How calorie counting makes you fat
On Feb 16 2012, there was a new item in the Daily Mail Femail section. They often do these little ‘stocking fillers’. Let’s hope that this one goes as quickly as it came because it is not going to help with the obesity epidemic.
It is, however, a great illustration of one of the many ways in which calorie counting makes us fat…
The snippet is called “Food Swaps” and recommends swapping a Pret-a-Manger Emmental cheese salad sandwich for half a crayfish & rocket sandwich (Pret have a ‘slim’ option for half a sandwich) PLUS a bag of popcorn PLUS a mango & lime dessert PLUS a bottle of carrot juice. What’s not to like getting all of that instead of one sandwich?
The problem is, as I have explained in presentations elsewhere (here and here as examples) that weight is not about calories – it’s about carbohydrates. Human fat tissue is something called triglyceride – a structure with three fats (fatty acids – whatever you want to call them) joined together on a ‘backbone’ of glycerol. Glucose provides glycerol and carbohydrates provide glucose. Hence, when we eat carbohydrates we are able to make human fat tissue – we are also able to store it because the same carbohydrates cause the release of insulin – the fat storage hormone. If we don’t eat carbohydrates, the body will break down the human fat structure to release the glycerol/glucose part for the brain and the fats will enter the blood stream to be used for energy.
In essence – only in the presence of carbohydrate can we store human fat tissue i.e. gain weight and only in the absence of carbohydrate can we break down human fat tissue i.e. lose weight.
So – the Pret-a-Manger web site very helpfully has all of these five products listed with full nutritional information. This confirms that, yes, the emmentaal sandwich has 494 calories and 9.2 grams of saturated fat, but it also has 19.8 grams of protein and 40 grams of carbohydrate. The four products combined have fewer calories and less fat (the latter is a disbenefit, not a benefit – as the UK is seriously deficient in fat soluble vitamins and therefore needs to consume more fat). However, the four products combined have 14 grams of protein and 62 grams of carbohydrate. The macro nutrients that will provide satiety and cell repair and all the functions that the body’s Basal Metabolic Rate needs are reduced (fat and protein) and the macro nutrient that will make us fat is increased (carbohydrate).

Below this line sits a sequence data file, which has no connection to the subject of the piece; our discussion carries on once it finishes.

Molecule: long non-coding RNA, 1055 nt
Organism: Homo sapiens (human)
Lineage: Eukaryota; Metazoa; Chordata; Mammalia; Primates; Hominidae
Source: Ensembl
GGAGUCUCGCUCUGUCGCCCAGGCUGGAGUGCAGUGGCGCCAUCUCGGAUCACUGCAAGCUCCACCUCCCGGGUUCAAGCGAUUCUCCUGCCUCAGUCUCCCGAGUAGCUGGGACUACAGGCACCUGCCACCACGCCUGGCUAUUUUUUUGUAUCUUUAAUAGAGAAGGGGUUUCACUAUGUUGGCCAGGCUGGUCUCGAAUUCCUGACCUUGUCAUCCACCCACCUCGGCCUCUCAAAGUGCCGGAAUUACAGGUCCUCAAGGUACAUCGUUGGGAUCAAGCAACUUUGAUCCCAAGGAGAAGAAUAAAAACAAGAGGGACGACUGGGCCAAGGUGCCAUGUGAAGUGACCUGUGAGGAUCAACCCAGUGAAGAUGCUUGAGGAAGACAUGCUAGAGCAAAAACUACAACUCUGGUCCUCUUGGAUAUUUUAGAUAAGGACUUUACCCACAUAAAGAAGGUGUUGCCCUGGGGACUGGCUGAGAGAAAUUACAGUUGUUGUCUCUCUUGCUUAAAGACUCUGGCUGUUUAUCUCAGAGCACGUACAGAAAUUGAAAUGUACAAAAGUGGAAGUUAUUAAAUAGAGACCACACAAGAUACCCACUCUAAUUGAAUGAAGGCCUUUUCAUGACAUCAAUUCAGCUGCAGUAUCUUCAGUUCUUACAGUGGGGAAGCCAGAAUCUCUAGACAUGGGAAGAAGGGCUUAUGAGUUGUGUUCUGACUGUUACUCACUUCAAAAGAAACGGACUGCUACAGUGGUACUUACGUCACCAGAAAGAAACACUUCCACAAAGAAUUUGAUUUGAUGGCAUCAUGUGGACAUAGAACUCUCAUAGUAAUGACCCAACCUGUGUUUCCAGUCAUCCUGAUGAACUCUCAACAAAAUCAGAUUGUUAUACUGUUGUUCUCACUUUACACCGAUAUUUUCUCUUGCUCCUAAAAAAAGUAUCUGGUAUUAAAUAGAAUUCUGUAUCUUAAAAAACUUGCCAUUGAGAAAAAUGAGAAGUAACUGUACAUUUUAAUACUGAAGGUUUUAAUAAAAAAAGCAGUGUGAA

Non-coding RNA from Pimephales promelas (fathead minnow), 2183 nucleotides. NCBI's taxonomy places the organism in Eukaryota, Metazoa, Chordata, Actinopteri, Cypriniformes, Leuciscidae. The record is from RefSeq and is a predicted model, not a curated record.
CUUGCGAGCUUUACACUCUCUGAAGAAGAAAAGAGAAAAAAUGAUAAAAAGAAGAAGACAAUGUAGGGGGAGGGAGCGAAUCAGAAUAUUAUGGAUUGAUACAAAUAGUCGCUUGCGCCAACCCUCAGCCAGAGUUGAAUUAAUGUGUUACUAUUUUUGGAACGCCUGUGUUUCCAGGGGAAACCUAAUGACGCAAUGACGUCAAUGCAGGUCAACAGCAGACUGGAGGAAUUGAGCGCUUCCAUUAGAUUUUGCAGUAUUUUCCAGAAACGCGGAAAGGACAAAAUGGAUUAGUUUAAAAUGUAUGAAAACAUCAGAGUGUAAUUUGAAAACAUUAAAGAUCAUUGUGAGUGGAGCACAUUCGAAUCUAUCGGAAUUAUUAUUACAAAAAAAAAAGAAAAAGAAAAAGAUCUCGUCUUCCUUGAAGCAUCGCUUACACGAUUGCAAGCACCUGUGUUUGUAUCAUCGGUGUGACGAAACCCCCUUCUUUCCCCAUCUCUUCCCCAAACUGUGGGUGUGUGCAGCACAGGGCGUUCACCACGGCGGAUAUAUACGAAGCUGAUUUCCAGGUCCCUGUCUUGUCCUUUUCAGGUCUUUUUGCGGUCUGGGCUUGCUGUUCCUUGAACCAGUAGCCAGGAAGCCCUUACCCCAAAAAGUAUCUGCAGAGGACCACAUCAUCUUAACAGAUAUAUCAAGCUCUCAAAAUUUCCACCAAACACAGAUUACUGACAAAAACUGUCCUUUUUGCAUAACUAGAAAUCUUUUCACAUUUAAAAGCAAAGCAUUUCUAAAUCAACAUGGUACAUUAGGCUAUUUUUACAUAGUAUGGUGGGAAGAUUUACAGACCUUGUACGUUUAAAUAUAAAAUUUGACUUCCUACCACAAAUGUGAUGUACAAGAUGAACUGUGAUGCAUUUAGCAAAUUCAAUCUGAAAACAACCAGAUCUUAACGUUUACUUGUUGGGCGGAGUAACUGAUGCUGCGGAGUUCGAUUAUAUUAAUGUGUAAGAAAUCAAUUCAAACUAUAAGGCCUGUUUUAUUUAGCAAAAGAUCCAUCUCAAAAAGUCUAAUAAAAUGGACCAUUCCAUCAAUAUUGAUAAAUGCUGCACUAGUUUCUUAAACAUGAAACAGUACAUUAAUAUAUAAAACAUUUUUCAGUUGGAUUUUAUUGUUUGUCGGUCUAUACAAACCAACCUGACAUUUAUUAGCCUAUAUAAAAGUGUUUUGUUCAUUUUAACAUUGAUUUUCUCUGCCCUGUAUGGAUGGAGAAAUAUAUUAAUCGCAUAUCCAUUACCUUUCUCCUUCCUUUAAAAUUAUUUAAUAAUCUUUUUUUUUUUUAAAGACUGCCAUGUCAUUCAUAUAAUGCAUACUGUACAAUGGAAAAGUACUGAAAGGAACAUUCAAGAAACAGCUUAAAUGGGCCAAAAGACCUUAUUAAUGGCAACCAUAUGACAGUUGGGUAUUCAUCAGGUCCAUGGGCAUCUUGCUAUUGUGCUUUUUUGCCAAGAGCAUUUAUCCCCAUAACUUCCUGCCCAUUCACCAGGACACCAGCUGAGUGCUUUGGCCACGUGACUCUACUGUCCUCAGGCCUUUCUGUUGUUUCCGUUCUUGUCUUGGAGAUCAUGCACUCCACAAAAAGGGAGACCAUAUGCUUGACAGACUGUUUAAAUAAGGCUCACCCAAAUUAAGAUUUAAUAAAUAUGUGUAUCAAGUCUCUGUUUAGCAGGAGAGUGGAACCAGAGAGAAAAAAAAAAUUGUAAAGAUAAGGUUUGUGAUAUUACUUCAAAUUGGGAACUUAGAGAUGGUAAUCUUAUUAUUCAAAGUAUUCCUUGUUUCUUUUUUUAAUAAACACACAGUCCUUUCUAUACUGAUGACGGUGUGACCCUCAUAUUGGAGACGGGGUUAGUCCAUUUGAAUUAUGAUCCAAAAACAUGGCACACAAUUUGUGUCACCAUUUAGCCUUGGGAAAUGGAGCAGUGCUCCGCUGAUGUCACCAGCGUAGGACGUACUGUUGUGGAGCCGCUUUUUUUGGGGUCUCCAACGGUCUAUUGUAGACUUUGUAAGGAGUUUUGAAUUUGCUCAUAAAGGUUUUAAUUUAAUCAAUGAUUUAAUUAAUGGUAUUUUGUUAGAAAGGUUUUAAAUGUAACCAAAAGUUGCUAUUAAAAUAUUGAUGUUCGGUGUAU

This is a classic example of the choices made by calorie counters. Because people trying to eat less than their body needs are constantly hungry and low in energy and nourishment and because they become obsessed with food, as a result of hunger and deprivation, they want to get ‘the biggest bang for the buck’. The most food for the fewest calories. This is exactly what this snippet is about – how can we get more food for fewer calories. As carbs approximate to four calories per gram and fat approximates to nine calories per gram (neither of these is accurate), calorie counters will also choose low fat options. As protein is normally fairly constant, lower fat means higher carb (in the above example, both fat and protein are reduced as carbohydrate increases).
Eating fewer calories and trying to get the most food for the limited calories that one has drives people down the route of eating more of the macro nutrient that makes them fat. Don’t follow this food swap advice – it will hurt your waistline – to say nothing of the impact on your purse of buying four Pret products as opposed to one!